Father stood by the door until the last minute, herding in those who had lingered outside to chat with their neighbors. When everybody was inside he retreated into the vestry. The congregation, meanwhile, arranged themselves on the wooden benches, men to the left of the Tellers’ table, women and children to the right. We waited in silent expectation. At last, the little vestry door opened, and the old Kante, the first speaker, walked in, followed by the Tellers in single file. He began the service with a prayer on that day, and then gave testimony for a few minutes. Speakers remained seated at all times, whether leading a hymn, praying, or speaking to the congregation. When Kante was finished, all Tellers walked back to the vestry. Within a minute or so, they all filed back into the hall, Father leading the way this time. The others, including Kante, took seats to the right and left of the Tellers’ table. Now we got to sing. Since we had no printed hymn books, Father read a stanza and the congregation sang after him. The flicker of candles filled the hall with the mystery of Christmas.

Father never wrote down a prayer or a sermon. He was widely known as a good speaker, partly because he looked straight at the people instead of reading off a page. His speech on that last Christmas was especially moving, as if his spiritual vision had been honed by danger. His eyes shone as he told the old story of baby Jesus, born in a horse stall, and yet surrounded by the glory of angels. The total silence in the Tent carried me from my hard wooden bench into a numinous other world. On that evening so long ago, I had strange and glorious visions of angels and shepherds, the Bethlehem miracle my own story, I the babe on the straw. Inner certainty took the place of rote repetitions of the catechism. That evening in the old Herrnhuter Tent, so long ago, marked the beginning of a spiritual journey which would lead me to the service of God two decades later.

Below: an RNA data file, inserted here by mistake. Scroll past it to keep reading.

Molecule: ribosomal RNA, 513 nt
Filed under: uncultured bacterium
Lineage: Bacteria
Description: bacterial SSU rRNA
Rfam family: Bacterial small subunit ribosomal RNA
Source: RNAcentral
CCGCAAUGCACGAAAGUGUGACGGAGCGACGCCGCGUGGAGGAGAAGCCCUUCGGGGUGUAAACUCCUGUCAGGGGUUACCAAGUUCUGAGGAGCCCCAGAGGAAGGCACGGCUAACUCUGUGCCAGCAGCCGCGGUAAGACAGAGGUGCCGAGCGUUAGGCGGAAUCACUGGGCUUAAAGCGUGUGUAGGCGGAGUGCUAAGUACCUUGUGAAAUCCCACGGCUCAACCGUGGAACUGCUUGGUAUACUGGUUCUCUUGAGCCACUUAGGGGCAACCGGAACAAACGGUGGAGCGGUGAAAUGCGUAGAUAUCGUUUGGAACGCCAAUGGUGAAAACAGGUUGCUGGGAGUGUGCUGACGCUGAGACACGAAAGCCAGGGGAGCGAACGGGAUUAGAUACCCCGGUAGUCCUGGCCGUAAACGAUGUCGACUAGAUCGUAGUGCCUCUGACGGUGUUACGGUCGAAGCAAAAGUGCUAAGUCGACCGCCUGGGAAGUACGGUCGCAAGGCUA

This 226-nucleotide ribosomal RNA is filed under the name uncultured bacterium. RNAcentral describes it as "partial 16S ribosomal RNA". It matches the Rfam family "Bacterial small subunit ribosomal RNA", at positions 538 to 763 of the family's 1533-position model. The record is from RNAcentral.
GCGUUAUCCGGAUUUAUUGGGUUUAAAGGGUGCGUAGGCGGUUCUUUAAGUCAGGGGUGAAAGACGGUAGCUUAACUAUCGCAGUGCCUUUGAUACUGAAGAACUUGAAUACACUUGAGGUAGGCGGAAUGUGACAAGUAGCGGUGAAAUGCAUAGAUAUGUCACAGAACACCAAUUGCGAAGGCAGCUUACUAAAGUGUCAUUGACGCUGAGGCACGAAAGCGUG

The service lasted only as long as the candles, a welcome rule to keep the speakers from yammering away. When one by one the candles went out, it was time to climb back up on our sleighs for the drive home. Even the horses caught the holiday mood, especially Derbis, or perhaps he was just cold. I stared open mouthed as he took off at a gallop, without so much as a crack of the whip. He went so fast that he promptly hit a pothole and overturned the sleigh. He didn’t run off, though. He stopped and waited, looking back with a satisfied look at us as we all climbed out of the snowbank, brushing snow off our clothes. But nobody got hurt. Derbis, having got his bit of satisfaction, trotted more carefully now. We hurried home to our special Christmas eve meal—fresh buttermilk, barley bread, sausage, and sweet home-brewed ale.

This was the last Christmas with Father. He would be arrested a week later, but sometimes we are better off not knowing. After the meal, we dragged our full bellies to our straw beds and did not wake up until the roosters signaled the dawn of Christmas day.

Picking up the Pieces